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Woodford shelved again, festival replaced by scaled-back event

Culture

The 35th iteration of the Woodford Folk Festival has been cancelled for another year due to the risks posed by Delta while Bushtime, a scaled-back version of festival, will appear in its place.

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The popular music and culture festival is traditionally held over six days and six nights over new year, and has programmed huge talent such as 2019’s headliner Kasey Chambers and acts such as The Cat Empire and Xavier Rudd, with crowds up to 130,000 people.

Event organisers Bill Hauritz and Amanda Jackes said the recent Delta outbreaks have caused too much uncertainty and have resulted in the cancellation.

“It has been hard to finalise plans for the end of the year with the live event landscape around the pandemic changing so much,” they said in a statement.

“We have been studying Australia’s progress closely and hoped to put together a 25 per cent scale festival this year, but with the recent lockdowns and spread of the delta strain, even that plan represented too much of a risk for Woodfordia.”

In its place they are holding a Bushtime event across the same dates as Woodford Folk Festival, a scaled-back, slower version of the Festival which kicked off last year.

Woodford’s Bushtime event held last year (Image: Woodfordia)

Amanda Jackes, Woodfordia’s General Manager, said the six-day camping event is held on a 500-acre parkland located in the Moreton Bay hinterland and encourages people to reconnect with nature.

“While we behind the scenes are dearly missing putting together the Woodford Folk Festival, the financial implications for medium and large-scale events impacted by lockdowns are far too dire.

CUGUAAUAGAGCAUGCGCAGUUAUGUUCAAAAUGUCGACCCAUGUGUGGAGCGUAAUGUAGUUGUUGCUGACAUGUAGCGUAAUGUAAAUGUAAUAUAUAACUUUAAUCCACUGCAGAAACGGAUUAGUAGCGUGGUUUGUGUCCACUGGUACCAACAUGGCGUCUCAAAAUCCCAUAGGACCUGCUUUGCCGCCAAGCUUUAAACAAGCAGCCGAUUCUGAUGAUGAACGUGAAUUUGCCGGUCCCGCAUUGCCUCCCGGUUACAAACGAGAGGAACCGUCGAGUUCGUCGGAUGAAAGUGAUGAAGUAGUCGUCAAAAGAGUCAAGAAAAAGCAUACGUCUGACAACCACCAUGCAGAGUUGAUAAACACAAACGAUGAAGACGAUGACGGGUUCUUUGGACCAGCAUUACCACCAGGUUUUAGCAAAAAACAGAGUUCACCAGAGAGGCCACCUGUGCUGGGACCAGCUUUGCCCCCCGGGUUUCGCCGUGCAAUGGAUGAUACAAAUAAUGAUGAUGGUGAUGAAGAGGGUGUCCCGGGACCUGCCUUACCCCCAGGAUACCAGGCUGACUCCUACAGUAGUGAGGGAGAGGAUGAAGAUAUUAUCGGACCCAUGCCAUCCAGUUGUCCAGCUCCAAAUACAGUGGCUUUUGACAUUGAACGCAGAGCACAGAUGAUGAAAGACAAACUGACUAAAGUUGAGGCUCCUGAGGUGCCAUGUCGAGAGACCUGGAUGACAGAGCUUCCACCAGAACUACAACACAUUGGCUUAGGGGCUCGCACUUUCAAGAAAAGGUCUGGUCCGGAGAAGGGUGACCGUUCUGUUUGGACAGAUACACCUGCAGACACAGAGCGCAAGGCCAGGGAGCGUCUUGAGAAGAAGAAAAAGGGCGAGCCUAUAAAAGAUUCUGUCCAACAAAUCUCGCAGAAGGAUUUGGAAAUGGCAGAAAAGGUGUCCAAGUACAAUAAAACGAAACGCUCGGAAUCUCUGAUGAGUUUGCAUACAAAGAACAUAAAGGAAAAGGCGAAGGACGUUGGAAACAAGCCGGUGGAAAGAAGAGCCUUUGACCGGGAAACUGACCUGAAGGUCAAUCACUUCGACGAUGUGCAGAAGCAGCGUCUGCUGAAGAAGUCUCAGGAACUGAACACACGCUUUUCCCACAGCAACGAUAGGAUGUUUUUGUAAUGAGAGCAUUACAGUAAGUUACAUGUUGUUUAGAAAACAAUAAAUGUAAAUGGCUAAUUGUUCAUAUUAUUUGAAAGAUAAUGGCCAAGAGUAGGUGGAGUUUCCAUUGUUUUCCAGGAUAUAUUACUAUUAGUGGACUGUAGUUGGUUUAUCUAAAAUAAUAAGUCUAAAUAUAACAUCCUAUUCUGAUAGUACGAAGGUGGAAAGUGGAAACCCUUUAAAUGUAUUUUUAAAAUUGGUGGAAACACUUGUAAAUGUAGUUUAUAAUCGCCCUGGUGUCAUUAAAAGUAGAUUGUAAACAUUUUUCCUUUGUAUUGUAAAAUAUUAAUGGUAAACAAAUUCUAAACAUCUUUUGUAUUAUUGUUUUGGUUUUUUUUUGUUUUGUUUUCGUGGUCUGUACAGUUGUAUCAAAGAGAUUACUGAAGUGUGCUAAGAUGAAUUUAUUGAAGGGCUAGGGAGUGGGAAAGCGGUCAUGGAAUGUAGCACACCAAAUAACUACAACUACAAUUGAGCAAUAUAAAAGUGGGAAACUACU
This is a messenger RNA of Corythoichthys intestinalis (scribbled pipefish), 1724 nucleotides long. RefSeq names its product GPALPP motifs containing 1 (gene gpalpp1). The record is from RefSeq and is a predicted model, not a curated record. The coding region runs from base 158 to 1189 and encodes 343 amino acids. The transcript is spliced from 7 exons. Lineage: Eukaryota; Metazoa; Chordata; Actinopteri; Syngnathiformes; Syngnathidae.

“We know that many of our community – our patrons as well as the artistic community – are still looking to connect here on the land. While we are pretty heartbroken to not be holding Woodford Folk Festival for another year, we are encouraged to put our creative energies into Bushtime.

“The programme for Bushtime will still embrace a slower pace in the morning, to encourage patrons ‘getting back to nature’, with the option of workshops, yoga and youth activities.

“But, the pace will then pick up in the afternoon with a busier and more diverse programme than previous Bushtimes, expanding to include those elements that we are all missing from Woodford Folk Festival: comedy, cabaret, ceremonies, talks, dance (hopefully) and of course, an excellent series of concerts.

The Festival for the first time will also offer a camping experience around Lake Gkula during the school holidays, 18 September to 4 October.

“Our Lake Gkula Camping is a trial, to see if there’s interest and if the idea of a beautiful campsite, great walks and a swim in our beautiful Lake Gkula might be attractive to those wanting to get away from it all,” said the organisers.

For more information, visit Woodfordia’s website. 

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